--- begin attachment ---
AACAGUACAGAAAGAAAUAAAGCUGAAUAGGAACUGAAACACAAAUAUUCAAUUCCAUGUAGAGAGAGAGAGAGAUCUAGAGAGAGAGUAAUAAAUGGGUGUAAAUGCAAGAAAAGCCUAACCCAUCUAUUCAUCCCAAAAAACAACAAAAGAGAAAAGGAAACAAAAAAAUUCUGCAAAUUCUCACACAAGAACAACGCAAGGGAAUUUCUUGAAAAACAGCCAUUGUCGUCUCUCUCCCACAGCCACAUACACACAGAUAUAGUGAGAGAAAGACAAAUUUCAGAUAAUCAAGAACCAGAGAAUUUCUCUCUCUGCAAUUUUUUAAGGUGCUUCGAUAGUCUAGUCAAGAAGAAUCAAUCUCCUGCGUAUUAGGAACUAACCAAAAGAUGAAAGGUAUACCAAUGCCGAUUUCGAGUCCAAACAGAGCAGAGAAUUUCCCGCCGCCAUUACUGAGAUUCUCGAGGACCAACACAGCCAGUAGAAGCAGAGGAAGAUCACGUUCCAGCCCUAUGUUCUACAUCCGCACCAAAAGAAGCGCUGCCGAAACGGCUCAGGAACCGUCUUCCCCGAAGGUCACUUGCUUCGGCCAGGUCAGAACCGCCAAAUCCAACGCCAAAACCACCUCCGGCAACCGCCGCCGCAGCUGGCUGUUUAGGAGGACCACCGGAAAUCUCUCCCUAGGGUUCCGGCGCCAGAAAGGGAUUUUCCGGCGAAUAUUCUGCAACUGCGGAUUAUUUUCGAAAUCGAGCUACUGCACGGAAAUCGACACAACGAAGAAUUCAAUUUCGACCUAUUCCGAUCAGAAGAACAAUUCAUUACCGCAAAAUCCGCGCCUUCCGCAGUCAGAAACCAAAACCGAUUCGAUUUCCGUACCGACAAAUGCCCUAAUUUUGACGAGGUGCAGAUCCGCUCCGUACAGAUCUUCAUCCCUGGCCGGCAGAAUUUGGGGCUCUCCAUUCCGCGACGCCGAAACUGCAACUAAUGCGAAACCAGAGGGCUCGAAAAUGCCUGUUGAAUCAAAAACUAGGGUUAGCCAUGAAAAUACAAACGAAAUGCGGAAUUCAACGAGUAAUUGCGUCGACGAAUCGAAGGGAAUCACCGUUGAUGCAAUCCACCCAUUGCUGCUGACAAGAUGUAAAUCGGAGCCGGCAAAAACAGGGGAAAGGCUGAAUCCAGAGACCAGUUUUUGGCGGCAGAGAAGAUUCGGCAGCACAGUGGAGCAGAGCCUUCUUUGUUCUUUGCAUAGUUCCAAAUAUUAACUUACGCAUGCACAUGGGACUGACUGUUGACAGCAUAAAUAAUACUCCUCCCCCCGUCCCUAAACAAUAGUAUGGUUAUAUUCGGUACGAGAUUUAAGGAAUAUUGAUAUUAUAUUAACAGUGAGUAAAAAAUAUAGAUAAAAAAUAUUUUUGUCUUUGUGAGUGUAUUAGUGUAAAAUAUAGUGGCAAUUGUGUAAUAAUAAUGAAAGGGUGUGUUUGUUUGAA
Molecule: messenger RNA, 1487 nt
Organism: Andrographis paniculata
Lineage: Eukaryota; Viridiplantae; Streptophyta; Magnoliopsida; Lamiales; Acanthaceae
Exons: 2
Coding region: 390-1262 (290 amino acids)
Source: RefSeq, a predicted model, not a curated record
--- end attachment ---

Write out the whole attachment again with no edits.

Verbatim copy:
AACAGUACAGAAAGAAAUAAAGCUGAAUAGGAACUGAAACACAAAUAUUCAAUUCCAUGUAGAGAGAGAGAGAGAUCUAGAGAGAGAGUAAUAAAUGGGUGUAAAUGCAAGAAAAGCCUAACCCAUCUAUUCAUCCCAAAAAACAACAAAAGAGAAAAGGAAACAAAAAAAUUCUGCAAAUUCUCACACAAGAACAACGCAAGGGAAUUUCUUGAAAAACAGCCAUUGUCGUCUCUCUCCCACAGCCACAUACACACAGAUAUAGUGAGAGAAAGACAAAUUUCAGAUAAUCAAGAACCAGAGAAUUUCUCUCUCUGCAAUUUUUUAAGGUGCUUCGAUAGUCUAGUCAAGAAGAAUCAAUCUCCUGCGUAUUAGGAACUAACCAAAAGAUGAAAGGUAUACCAAUGCCGAUUUCGAGUCCAAACAGAGCAGAGAAUUUCCCGCCGCCAUUACUGAGAUUCUCGAGGACCAACACAGCCAGUAGAAGCAGAGGAAGAUCACGUUCCAGCCCUAUGUUCUACAUCCGCACCAAAAGAAGCGCUGCCGAAACGGCUCAGGAACCGUCUUCCCCGAAGGUCACUUGCUUCGGCCAGGUCAGAACCGCCAAAUCCAACGCCAAAACCACCUCCGGCAACCGCCGCCGCAGCUGGCUGUUUAGGAGGACCACCGGAAAUCUCUCCCUAGGGUUCCGGCGCCAGAAAGGGAUUUUCCGGCGAAUAUUCUGCAACUGCGGAUUAUUUUCGAAAUCGAGCUACUGCACGGAAAUCGACACAACGAAGAAUUCAAUUUCGACCUAUUCCGAUCAGAAGAACAAUUCAUUACCGCAAAAUCCGCGCCUUCCGCAGUCAGAAACCAAAACCGAUUCGAUUUCCGUACCGACAAAUGCCCUAAUUUUGACGAGGUGCAGAUCCGCUCCGUACAGAUCUUCAUCCCUGGCCGGCAGAAUUUGGGGCUCUCCAUUCCGCGACGCCGAAACUGCAACUAAUGCGAAACCAGAGGGCUCGAAAAUGCCUGUUGAAUCAAAAACUAGGGUUAGCCAUGAAAAUACAAACGAAAUGCGGAAUUCAACGAGUAAUUGCGUCGACGAAUCGAAGGGAAUCACCGUUGAUGCAAUCCACCCAUUGCUGCUGACAAGAUGUAAAUCGGAGCCGGCAAAAACAGGGGAAAGGCUGAAUCCAGAGACCAGUUUUUGGCGGCAGAGAAGAUUCGGCAGCACAGUGGAGCAGAGCCUUCUUUGUUCUUUGCAUAGUUCCAAAUAUUAACUUACGCAUGCACAUGGGACUGACUGUUGACAGCAUAAAUAAUACUCCUCCCCCCGUCCCUAAACAAUAGUAUGGUUAUAUUCGGUACGAGAUUUAAGGAAUAUUGAUAUUAUAUUAACAGUGAGUAAAAAAUAUAGAUAAAAAAUAUUUUUGUCUUUGUGAGUGUAUUAGUGUAAAAUAUAGUGGCAAUUGUGUAAUAAUAAUGAAAGGGUGUGUUUGUUUGAA
Molecule: messenger RNA, 1487 nt
Organism: Andrographis paniculata
Lineage: Eukaryota; Viridiplantae; Streptophyta; Magnoliopsida; Lamiales; Acanthaceae
Exons: 2
Coding region: 390-1262 (290 amino acids)
Source: RefSeq, a predicted model, not a curated record